By Doug Gibson
A while back we reviewed "Wife to Spare," starring Andy Clyde, one of hundreds of Columbia comedy shorts that never make it on TV or DVD anymore. We also note the wonderful website, The Columbia Shorts Department, which is dedicated to making more aware of all, not just the Three Stooges shorts.
This week's review is the Gus Schilling and Dick Lane 1946 short, "Pardon My Terror," which, if not for the tragedy of Curly Howard suffering a stroke, might be better known as a Stooges short. The two-reeler, written and directed by Edward Bernds was meant for the Stooges but shifted to Schilling and Lane after Curley's stroke.
Here's what Bernds told Ted Okuda and Ed Watz, in their must-have guide, "The Columbia Comedy Shorts:" "If I had more time, I could have tailored the script to suit them. But as I remember the circumstances, we were committed to go with the Stooges; the sets were up, we were on the schedule -- which was sacred to the production office -- and we even had some of the cast obligated to the film. In the business it's called "play or pay" -- if you don't use them you pay anyway. ... I believe I only had two or three days to change the script, ad much of the Stooge-type humor stayed in. It turned out okay, though it probably would have been better with the Stooges because it wasn't ideal Schilling and Lane material."
Bernds is correct, "Pardon My Terror" turned out more than OK. It's an enjoyable laugh-fest with the duo as dopey detectives helping a heiress discover who "kidnapped" her grandfather. The more burly Lane plays the "Moe" character, even taking a few slaps at the smaller, nervous Lane, who is 80 percent "Curly" and the rest "Larry." The Stooge stuff works well. One particularly funny bit involves the boys being punched by a boxing glove that comes out of a bookcase. Also, Lane gets some good laughs out of a code for danger that Schilling devises, called "it's warm in here."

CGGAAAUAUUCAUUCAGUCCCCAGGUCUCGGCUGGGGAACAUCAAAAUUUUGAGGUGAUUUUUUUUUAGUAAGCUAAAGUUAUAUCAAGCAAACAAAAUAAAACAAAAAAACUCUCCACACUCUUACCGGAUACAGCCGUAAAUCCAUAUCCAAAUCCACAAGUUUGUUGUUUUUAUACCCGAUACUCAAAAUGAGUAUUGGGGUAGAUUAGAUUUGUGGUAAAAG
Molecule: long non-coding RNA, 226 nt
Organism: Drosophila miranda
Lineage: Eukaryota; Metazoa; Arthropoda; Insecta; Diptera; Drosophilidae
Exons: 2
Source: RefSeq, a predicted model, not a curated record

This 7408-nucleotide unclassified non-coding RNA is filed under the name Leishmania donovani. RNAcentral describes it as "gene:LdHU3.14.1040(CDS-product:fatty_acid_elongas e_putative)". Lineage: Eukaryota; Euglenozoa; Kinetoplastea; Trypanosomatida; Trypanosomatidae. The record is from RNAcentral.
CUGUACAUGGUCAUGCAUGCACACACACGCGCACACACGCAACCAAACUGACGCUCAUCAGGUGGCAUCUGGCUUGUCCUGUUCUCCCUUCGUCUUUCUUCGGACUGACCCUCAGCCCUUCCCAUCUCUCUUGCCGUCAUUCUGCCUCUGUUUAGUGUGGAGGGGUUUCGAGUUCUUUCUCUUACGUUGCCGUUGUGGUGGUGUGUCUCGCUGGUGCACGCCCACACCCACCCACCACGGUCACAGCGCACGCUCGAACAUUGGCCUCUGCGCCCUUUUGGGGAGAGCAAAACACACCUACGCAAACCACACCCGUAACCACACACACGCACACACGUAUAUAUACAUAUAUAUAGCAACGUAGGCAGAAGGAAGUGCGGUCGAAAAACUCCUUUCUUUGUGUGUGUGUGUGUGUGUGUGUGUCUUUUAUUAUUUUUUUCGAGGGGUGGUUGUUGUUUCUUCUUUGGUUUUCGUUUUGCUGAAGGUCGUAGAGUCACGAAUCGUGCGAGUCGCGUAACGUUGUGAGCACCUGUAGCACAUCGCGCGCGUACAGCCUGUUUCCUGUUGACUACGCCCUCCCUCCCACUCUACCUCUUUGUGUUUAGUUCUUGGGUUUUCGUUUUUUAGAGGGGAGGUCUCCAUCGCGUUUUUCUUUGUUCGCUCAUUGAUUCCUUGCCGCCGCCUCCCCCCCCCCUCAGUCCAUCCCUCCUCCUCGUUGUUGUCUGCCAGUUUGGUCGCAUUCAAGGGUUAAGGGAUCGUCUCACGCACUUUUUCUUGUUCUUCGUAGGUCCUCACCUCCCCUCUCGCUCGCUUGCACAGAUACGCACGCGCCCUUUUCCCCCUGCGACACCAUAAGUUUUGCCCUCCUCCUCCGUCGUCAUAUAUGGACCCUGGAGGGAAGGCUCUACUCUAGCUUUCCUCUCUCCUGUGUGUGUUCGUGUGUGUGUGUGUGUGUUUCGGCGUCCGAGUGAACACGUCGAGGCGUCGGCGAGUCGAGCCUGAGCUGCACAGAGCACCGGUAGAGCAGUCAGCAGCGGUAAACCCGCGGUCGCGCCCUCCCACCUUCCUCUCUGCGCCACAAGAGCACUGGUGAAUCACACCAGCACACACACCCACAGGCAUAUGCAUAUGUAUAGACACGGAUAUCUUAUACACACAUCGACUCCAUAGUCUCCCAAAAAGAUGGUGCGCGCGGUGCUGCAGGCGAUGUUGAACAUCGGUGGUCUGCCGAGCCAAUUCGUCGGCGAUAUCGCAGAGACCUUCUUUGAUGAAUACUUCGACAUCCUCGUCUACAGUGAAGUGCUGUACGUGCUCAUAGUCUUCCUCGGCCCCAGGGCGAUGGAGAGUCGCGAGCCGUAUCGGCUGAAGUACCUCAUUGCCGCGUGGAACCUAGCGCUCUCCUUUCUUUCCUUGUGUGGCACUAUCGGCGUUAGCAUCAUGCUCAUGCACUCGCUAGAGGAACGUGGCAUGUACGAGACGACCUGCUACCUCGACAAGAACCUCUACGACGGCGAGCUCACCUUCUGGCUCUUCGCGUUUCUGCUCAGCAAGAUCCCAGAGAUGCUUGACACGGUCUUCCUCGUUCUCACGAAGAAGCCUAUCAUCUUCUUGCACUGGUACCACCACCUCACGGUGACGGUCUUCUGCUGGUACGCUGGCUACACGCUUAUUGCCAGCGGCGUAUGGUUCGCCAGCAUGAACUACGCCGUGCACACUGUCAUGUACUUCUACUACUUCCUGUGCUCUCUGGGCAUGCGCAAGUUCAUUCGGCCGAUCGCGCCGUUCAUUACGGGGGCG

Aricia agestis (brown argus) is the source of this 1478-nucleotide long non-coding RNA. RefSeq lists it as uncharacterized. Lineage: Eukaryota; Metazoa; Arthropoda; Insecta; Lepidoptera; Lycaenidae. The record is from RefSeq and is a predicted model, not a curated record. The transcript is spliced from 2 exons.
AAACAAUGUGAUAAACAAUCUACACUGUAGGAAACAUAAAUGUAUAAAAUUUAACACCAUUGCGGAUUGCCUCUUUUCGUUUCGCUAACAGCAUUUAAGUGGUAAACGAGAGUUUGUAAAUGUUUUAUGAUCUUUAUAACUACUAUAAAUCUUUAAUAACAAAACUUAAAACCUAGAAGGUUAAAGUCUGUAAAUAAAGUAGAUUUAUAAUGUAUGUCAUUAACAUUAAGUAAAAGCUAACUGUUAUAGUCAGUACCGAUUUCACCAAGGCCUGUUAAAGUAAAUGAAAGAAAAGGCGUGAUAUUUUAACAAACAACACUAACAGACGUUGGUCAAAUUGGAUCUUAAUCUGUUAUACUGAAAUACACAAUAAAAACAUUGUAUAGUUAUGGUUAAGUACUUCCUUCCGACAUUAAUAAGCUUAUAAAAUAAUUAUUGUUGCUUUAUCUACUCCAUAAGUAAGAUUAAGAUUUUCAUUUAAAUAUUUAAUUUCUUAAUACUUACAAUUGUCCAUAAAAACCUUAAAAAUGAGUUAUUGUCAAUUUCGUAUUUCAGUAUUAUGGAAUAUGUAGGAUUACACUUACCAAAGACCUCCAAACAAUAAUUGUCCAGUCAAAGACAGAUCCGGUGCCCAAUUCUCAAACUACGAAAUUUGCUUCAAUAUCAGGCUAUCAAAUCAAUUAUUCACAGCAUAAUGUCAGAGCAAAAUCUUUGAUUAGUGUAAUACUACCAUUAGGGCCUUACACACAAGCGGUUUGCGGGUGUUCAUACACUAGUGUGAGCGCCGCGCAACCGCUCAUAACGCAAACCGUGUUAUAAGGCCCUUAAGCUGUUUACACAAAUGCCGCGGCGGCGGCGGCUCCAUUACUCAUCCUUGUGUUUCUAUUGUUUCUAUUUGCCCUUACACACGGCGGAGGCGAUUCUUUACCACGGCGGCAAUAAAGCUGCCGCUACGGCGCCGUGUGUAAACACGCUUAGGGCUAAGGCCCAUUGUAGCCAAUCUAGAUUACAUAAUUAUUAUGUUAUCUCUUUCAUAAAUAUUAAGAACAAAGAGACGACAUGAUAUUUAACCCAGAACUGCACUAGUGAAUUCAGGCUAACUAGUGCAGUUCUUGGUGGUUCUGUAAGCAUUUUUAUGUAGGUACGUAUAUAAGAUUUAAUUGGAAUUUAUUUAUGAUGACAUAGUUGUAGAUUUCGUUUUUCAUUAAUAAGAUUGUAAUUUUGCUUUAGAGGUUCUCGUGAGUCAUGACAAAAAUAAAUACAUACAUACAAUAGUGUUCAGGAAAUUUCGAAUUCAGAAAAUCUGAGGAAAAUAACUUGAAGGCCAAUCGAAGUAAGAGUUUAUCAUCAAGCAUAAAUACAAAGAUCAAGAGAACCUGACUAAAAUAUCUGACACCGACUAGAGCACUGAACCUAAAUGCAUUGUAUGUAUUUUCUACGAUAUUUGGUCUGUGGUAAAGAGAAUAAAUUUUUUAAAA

Another bit, corny but pure Stooges, is the boys walking "this way" following the butler to their bedroom.
Veteran Columbia hands Christine McIntyre (the heiress) and Vernon Dent (as grandfather) add class to the short. The baddies trying to bilk grandfather out of his money are Dick Wessell, the attractive Lynne Lyons and Kenneth McDonald. Another old hand, Phillip Van Zandt, plays a Jeeves-like butler to Denton's grandfather. A scene where Lyons tries to get Lane to drink poison is almost the same as a scene in the short "To Heir is Human" in which McIntyre tries to poison Harry Langdon.
Unbilled, but very funny is Emile Sitka as the landlord who wants the detectives' rent money and the black comedian Dudley Dickerson, also unbilled, provides strong humor.
I love these old Columbia shorts. We'll keep reviewing them through out the year and I hope they get views on YouTube. At YouTube, there's the Shorts Department, 2reelers and JohnnyFlattire pages that have Columbia comedy shorts.